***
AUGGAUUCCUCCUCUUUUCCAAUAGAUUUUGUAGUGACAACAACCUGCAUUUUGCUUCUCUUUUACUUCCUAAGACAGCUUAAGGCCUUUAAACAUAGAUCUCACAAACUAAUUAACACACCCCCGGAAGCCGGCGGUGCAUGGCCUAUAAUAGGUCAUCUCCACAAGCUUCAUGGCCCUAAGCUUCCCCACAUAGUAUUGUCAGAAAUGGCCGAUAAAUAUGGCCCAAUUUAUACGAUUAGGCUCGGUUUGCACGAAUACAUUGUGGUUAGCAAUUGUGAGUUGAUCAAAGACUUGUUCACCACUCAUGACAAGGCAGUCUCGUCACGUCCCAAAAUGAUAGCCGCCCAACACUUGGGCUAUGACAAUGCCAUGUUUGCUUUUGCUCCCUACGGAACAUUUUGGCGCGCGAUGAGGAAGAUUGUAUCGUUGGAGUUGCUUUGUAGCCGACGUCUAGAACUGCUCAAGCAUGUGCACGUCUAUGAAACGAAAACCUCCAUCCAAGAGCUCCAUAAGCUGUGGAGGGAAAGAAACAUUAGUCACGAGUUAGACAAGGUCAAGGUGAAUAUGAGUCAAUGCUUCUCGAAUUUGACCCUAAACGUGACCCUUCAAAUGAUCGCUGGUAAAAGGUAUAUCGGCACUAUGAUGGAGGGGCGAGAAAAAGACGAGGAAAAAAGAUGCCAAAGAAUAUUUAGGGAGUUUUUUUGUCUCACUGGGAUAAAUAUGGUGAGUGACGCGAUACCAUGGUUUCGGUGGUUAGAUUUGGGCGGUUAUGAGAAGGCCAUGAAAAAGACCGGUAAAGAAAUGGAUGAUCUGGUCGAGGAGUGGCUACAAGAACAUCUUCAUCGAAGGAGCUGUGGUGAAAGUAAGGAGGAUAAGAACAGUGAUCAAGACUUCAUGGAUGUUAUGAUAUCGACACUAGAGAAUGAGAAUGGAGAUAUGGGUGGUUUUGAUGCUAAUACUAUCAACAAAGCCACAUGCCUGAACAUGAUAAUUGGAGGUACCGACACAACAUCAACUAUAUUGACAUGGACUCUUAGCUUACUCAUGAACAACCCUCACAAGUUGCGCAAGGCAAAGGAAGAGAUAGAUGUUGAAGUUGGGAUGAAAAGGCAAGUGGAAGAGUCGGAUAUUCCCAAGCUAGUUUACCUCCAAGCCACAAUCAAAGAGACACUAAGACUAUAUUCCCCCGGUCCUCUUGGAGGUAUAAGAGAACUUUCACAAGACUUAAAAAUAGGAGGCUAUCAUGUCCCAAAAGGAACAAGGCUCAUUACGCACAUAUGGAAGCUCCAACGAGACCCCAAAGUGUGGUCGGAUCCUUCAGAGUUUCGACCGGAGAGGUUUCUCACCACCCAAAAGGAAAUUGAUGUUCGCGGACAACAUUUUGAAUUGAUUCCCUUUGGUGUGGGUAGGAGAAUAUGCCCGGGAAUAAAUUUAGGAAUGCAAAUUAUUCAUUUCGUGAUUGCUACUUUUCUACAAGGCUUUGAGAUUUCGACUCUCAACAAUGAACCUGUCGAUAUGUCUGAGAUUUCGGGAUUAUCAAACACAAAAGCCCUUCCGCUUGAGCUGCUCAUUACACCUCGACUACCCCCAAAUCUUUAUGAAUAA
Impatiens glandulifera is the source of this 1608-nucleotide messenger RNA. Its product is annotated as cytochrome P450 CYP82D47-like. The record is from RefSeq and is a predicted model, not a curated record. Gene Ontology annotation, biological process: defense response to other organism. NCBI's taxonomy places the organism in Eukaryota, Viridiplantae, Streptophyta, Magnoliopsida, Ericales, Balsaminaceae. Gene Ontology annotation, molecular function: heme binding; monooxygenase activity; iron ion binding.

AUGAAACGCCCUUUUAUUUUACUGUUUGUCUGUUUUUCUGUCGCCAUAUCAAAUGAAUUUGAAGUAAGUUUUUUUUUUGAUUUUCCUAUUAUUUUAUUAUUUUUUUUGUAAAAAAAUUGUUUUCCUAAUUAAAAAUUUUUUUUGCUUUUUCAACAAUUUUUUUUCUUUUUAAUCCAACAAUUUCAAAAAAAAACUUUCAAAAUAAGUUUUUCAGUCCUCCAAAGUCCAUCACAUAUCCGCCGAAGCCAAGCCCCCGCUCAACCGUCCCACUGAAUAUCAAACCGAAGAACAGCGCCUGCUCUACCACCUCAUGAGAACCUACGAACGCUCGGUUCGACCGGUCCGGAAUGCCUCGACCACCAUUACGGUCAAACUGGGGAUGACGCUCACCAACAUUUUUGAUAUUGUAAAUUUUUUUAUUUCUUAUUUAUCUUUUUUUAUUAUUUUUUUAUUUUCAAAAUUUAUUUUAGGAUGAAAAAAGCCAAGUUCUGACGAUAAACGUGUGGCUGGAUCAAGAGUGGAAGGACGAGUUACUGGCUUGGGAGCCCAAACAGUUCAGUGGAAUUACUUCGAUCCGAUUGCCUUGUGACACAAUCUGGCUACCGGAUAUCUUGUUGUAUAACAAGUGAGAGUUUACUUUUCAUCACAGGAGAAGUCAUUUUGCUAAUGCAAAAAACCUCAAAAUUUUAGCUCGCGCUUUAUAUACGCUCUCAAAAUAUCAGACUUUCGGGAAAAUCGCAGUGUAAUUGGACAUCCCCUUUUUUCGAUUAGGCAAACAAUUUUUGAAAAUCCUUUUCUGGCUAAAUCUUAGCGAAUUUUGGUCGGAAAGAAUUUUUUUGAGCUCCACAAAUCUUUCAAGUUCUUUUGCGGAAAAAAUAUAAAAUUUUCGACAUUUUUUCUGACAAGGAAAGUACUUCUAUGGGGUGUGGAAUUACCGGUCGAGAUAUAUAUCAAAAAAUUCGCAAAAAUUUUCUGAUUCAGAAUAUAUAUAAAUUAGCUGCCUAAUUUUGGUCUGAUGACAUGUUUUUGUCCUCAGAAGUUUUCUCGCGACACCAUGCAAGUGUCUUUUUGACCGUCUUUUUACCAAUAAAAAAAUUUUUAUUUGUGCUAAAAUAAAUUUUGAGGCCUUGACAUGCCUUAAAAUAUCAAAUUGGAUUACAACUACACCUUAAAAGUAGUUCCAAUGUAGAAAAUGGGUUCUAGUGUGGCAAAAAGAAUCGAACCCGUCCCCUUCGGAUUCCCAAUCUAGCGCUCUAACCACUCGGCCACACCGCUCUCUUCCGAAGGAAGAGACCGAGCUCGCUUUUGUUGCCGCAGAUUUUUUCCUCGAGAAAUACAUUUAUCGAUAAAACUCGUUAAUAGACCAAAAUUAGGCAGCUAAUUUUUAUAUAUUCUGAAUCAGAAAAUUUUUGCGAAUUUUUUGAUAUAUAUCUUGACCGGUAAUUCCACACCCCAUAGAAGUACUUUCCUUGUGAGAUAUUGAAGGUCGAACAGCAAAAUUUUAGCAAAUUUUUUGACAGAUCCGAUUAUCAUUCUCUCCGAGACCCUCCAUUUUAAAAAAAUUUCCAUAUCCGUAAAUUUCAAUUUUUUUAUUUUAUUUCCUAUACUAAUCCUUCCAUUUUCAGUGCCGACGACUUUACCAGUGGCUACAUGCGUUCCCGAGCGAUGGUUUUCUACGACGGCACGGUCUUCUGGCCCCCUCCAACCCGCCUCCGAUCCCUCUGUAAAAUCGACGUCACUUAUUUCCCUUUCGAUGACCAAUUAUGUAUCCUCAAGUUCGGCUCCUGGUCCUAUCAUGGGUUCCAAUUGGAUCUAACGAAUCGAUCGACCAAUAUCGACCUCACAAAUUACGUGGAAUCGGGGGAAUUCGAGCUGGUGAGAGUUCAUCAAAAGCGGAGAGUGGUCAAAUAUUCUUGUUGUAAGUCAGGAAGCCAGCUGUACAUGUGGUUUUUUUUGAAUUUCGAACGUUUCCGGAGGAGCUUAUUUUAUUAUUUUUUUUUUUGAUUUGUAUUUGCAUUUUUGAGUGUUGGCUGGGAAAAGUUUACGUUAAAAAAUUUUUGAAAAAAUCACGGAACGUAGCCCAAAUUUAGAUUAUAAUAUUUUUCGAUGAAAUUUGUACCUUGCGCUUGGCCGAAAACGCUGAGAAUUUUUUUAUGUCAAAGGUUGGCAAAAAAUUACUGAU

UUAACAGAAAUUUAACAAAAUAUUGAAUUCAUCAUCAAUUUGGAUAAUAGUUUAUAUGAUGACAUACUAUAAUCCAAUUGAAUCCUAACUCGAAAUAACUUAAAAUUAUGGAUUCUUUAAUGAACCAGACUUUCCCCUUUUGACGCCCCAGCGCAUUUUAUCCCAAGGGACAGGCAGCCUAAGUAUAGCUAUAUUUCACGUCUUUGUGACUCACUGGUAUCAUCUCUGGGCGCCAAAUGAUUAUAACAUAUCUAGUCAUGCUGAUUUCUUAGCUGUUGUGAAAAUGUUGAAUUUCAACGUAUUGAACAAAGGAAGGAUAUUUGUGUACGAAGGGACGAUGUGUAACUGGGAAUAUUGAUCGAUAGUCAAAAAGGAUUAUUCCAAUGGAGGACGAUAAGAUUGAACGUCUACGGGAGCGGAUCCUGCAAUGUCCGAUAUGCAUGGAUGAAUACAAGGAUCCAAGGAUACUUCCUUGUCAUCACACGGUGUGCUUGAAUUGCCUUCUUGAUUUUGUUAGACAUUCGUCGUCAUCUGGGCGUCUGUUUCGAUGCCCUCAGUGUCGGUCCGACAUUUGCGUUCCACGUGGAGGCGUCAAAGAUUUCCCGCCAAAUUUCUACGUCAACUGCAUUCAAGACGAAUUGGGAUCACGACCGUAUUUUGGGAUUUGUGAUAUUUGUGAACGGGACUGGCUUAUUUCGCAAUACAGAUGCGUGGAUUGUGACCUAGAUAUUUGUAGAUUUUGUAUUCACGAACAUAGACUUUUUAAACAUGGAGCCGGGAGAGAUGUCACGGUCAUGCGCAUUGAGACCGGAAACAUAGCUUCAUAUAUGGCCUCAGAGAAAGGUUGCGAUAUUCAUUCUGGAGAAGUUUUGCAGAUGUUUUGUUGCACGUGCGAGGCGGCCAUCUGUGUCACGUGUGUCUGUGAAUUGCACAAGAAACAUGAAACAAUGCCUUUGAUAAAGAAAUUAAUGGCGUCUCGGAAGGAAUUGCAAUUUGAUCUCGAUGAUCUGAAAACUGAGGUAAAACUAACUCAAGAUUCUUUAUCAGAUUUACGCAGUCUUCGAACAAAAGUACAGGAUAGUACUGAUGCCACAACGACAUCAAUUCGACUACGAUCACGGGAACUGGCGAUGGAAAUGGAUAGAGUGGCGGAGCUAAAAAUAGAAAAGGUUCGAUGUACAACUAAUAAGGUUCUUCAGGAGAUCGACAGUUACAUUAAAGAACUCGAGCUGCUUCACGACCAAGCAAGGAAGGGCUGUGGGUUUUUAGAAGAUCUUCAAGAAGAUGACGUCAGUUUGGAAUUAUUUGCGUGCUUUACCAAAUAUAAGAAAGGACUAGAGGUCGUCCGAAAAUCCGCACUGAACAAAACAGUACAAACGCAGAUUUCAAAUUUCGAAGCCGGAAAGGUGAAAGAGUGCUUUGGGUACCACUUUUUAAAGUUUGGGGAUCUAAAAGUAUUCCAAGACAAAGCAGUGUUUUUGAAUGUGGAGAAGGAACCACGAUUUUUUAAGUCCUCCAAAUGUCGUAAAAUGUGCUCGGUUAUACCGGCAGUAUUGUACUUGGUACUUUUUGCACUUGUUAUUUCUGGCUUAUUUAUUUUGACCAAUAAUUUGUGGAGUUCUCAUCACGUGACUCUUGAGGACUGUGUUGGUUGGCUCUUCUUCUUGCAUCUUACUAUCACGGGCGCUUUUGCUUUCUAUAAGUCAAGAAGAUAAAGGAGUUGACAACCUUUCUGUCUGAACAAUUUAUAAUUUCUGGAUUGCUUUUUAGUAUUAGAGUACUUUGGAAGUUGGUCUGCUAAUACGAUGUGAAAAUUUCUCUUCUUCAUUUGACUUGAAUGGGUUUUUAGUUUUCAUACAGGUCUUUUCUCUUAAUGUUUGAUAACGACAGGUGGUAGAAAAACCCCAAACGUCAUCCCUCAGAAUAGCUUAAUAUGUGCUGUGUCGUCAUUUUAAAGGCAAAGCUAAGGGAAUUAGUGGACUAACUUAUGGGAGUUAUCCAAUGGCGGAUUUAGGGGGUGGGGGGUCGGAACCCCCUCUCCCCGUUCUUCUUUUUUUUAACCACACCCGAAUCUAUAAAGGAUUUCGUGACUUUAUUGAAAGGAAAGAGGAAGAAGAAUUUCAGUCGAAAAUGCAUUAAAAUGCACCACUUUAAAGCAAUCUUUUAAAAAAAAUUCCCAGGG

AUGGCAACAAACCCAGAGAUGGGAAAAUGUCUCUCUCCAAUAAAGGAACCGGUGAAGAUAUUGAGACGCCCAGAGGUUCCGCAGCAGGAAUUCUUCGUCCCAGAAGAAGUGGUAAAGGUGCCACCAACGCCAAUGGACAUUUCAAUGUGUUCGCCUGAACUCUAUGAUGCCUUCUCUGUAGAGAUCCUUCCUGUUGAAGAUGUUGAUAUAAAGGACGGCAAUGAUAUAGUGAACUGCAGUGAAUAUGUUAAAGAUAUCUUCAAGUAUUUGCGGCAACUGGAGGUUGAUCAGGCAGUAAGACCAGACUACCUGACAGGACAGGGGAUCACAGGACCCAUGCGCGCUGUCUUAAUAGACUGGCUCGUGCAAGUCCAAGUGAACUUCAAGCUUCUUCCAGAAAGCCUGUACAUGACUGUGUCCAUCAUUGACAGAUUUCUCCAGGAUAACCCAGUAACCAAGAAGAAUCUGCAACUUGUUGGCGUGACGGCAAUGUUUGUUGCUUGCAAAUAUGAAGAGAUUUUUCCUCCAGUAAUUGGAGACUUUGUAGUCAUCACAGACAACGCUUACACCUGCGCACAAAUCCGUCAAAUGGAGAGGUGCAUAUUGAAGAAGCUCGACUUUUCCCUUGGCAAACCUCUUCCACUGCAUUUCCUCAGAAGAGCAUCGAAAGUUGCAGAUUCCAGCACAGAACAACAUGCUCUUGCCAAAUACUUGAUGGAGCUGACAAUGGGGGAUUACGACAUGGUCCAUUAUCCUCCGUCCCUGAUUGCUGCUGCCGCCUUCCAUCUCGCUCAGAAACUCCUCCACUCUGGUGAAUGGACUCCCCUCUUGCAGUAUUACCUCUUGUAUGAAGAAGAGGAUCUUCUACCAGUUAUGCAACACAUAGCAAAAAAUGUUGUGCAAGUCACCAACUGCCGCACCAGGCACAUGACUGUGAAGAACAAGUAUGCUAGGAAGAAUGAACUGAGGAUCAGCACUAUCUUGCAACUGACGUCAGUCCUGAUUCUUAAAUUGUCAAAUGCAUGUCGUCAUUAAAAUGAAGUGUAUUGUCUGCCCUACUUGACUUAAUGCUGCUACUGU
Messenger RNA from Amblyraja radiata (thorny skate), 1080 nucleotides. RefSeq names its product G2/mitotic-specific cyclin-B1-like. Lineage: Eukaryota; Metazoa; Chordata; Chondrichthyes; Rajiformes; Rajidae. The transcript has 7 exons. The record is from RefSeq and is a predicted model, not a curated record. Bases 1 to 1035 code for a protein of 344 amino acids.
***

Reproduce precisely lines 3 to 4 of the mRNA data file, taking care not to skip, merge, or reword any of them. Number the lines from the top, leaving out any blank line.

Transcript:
AUGAAACGCCCUUUUAUUUUACUGUUUGUCUGUUUUUCUGUCGCCAUAUCAAAUGAAUUUGAAGUAAGUUUUUUUUUUGAUUUUCCUAUUAUUUUAUUAUUUUUUUUGUAAAAAAAUUGUUUUCCUAAUUAAAAAUUUUUUUUGCUUUUUCAACAAUUUUUUUUCUUUUUAAUCCAACAAUUUCAAAAAAAAACUUUCAAAAUAAGUUUUUCAGUCCUCCAAAGUCCAUCACAUAUCCGCCGAAGCCAAGCCCCCGCUCAACCGUCCCACUGAAUAUCAAACCGAAGAACAGCGCCUGCUCUACCACCUCAUGAGAACCUACGAACGCUCGGUUCGACCGGUCCGGAAUGCCUCGACCACCAUUACGGUCAAACUGGGGAUGACGCUCACCAACAUUUUUGAUAUUGUAAAUUUUUUUAUUUCUUAUUUAUCUUUUUUUAUUAUUUUUUUAUUUUCAAAAUUUAUUUUAGGAUGAAAAAAGCCAAGUUCUGACGAUAAACGUGUGGCUGGAUCAAGAGUGGAAGGACGAGUUACUGGCUUGGGAGCCCAAACAGUUCAGUGGAAUUACUUCGAUCCGAUUGCCUUGUGACACAAUCUGGCUACCGGAUAUCUUGUUGUAUAACAAGUGAGAGUUUACUUUUCAUCACAGGAGAAGUCAUUUUGCUAAUGCAAAAAACCUCAAAAUUUUAGCUCGCGCUUUAUAUACGCUCUCAAAAUAUCAGACUUUCGGGAAAAUCGCAGUGUAAUUGGACAUCCCCUUUUUUCGAUUAGGCAAACAAUUUUUGAAAAUCCUUUUCUGGCUAAAUCUUAGCGAAUUUUGGUCGGAAAGAAUUUUUUUGAGCUCCACAAAUCUUUCAAGUUCUUUUGCGGAAAAAAUAUAAAAUUUUCGACAUUUUUUCUGACAAGGAAAGUACUUCUAUGGGGUGUGGAAUUACCGGUCGAGAUAUAUAUCAAAAAAUUCGCAAAAAUUUUCUGAUUCAGAAUAUAUAUAAAUUAGCUGCCUAAUUUUGGUCUGAUGACAUGUUUUUGUCCUCAGAAGUUUUCUCGCGACACCAUGCAAGUGUCUUUUUGACCGUCUUUUUACCAAUAAAAAAAUUUUUAUUUGUGCUAAAAUAAAUUUUGAGGCCUUGACAUGCCUUAAAAUAUCAAAUUGGAUUACAACUACACCUUAAAAGUAGUUCCAAUGUAGAAAAUGGGUUCUAGUGUGGCAAAAAGAAUCGAACCCGUCCCCUUCGGAUUCCCAAUCUAGCGCUCUAACCACUCGGCCACACCGCUCUCUUCCGAAGGAAGAGACCGAGCUCGCUUUUGUUGCCGCAGAUUUUUUCCUCGAGAAAUACAUUUAUCGAUAAAACUCGUUAAUAGACCAAAAUUAGGCAGCUAAUUUUUAUAUAUUCUGAAUCAGAAAAUUUUUGCGAAUUUUUUGAUAUAUAUCUUGACCGGUAAUUCCACACCCCAUAGAAGUACUUUCCUUGUGAGAUAUUGAAGGUCGAACAGCAAAAUUUUAGCAAAUUUUUUGACAGAUCCGAUUAUCAUUCUCUCCGAGACCCUCCAUUUUAAAAAAAUUUCCAUAUCCGUAAAUUUCAAUUUUUUUAUUUUAUUUCCUAUACUAAUCCUUCCAUUUUCAGUGCCGACGACUUUACCAGUGGCUACAUGCGUUCCCGAGCGAUGGUUUUCUACGACGGCACGGUCUUCUGGCCCCCUCCAACCCGCCUCCGAUCCCUCUGUAAAAUCGACGUCACUUAUUUCCCUUUCGAUGACCAAUUAUGUAUCCUCAAGUUCGGCUCCUGGUCCUAUCAUGGGUUCCAAUUGGAUCUAACGAAUCGAUCGACCAAUAUCGACCUCACAAAUUACGUGGAAUCGGGGGAAUUCGAGCUGGUGAGAGUUCAUCAAAAGCGGAGAGUGGUCAAAUAUUCUUGUUGUAAGUCAGGAAGCCAGCUGUACAUGUGGUUUUUUUUGAAUUUCGAACGUUUCCGGAGGAGCUUAUUUUAUUAUUUUUUUUUUUGAUUUGUAUUUGCAUUUUUGAGUGUUGGCUGGGAAAAGUUUACGUUAAAAAAUUUUUGAAAAAAUCACGGAACGUAGCCCAAAUUUAGAUUAUAAUAUUUUUCGAUGAAAUUUGUACCUUGCGCUUGGCCGAAAACGCUGAGAAUUUUUUUAUGUCAAAGGUUGGCAAAAAAUUACUGAU

UUAACAGAAAUUUAACAAAAUAUUGAAUUCAUCAUCAAUUUGGAUAAUAGUUUAUAUGAUGACAUACUAUAAUCCAAUUGAAUCCUAACUCGAAAUAACUUAAAAUUAUGGAUUCUUUAAUGAACCAGACUUUCCCCUUUUGACGCCCCAGCGCAUUUUAUCCCAAGGGACAGGCAGCCUAAGUAUAGCUAUAUUUCACGUCUUUGUGACUCACUGGUAUCAUCUCUGGGCGCCAAAUGAUUAUAACAUAUCUAGUCAUGCUGAUUUCUUAGCUGUUGUGAAAAUGUUGAAUUUCAACGUAUUGAACAAAGGAAGGAUAUUUGUGUACGAAGGGACGAUGUGUAACUGGGAAUAUUGAUCGAUAGUCAAAAAGGAUUAUUCCAAUGGAGGACGAUAAGAUUGAACGUCUACGGGAGCGGAUCCUGCAAUGUCCGAUAUGCAUGGAUGAAUACAAGGAUCCAAGGAUACUUCCUUGUCAUCACACGGUGUGCUUGAAUUGCCUUCUUGAUUUUGUUAGACAUUCGUCGUCAUCUGGGCGUCUGUUUCGAUGCCCUCAGUGUCGGUCCGACAUUUGCGUUCCACGUGGAGGCGUCAAAGAUUUCCCGCCAAAUUUCUACGUCAACUGCAUUCAAGACGAAUUGGGAUCACGACCGUAUUUUGGGAUUUGUGAUAUUUGUGAACGGGACUGGCUUAUUUCGCAAUACAGAUGCGUGGAUUGUGACCUAGAUAUUUGUAGAUUUUGUAUUCACGAACAUAGACUUUUUAAACAUGGAGCCGGGAGAGAUGUCACGGUCAUGCGCAUUGAGACCGGAAACAUAGCUUCAUAUAUGGCCUCAGAGAAAGGUUGCGAUAUUCAUUCUGGAGAAGUUUUGCAGAUGUUUUGUUGCACGUGCGAGGCGGCCAUCUGUGUCACGUGUGUCUGUGAAUUGCACAAGAAACAUGAAACAAUGCCUUUGAUAAAGAAAUUAAUGGCGUCUCGGAAGGAAUUGCAAUUUGAUCUCGAUGAUCUGAAAACUGAGGUAAAACUAACUCAAGAUUCUUUAUCAGAUUUACGCAGUCUUCGAACAAAAGUACAGGAUAGUACUGAUGCCACAACGACAUCAAUUCGACUACGAUCACGGGAACUGGCGAUGGAAAUGGAUAGAGUGGCGGAGCUAAAAAUAGAAAAGGUUCGAUGUACAACUAAUAAGGUUCUUCAGGAGAUCGACAGUUACAUUAAAGAACUCGAGCUGCUUCACGACCAAGCAAGGAAGGGCUGUGGGUUUUUAGAAGAUCUUCAAGAAGAUGACGUCAGUUUGGAAUUAUUUGCGUGCUUUACCAAAUAUAAGAAAGGACUAGAGGUCGUCCGAAAAUCCGCACUGAACAAAACAGUACAAACGCAGAUUUCAAAUUUCGAAGCCGGAAAGGUGAAAGAGUGCUUUGGGUACCACUUUUUAAAGUUUGGGGAUCUAAAAGUAUUCCAAGACAAAGCAGUGUUUUUGAAUGUGGAGAAGGAACCACGAUUUUUUAAGUCCUCCAAAUGUCGUAAAAUGUGCUCGGUUAUACCGGCAGUAUUGUACUUGGUACUUUUUGCACUUGUUAUUUCUGGCUUAUUUAUUUUGACCAAUAAUUUGUGGAGUUCUCAUCACGUGACUCUUGAGGACUGUGUUGGUUGGCUCUUCUUCUUGCAUCUUACUAUCACGGGCGCUUUUGCUUUCUAUAAGUCAAGAAGAUAAAGGAGUUGACAACCUUUCUGUCUGAACAAUUUAUAAUUUCUGGAUUGCUUUUUAGUAUUAGAGUACUUUGGAAGUUGGUCUGCUAAUACGAUGUGAAAAUUUCUCUUCUUCAUUUGACUUGAAUGGGUUUUUAGUUUUCAUACAGGUCUUUUCUCUUAAUGUUUGAUAACGACAGGUGGUAGAAAAACCCCAAACGUCAUCCCUCAGAAUAGCUUAAUAUGUGCUGUGUCGUCAUUUUAAAGGCAAAGCUAAGGGAAUUAGUGGACUAACUUAUGGGAGUUAUCCAAUGGCGGAUUUAGGGGGUGGGGGGUCGGAACCCCCUCUCCCCGUUCUUCUUUUUUUUAACCACACCCGAAUCUAUAAAGGAUUUCGUGACUUUAUUGAAAGGAAAGAGGAAGAAGAAUUUCAGUCGAAAAUGCAUUAAAAUGCACCACUUUAAAGCAAUCUUUUAAAAAAAAUUCCCAGGG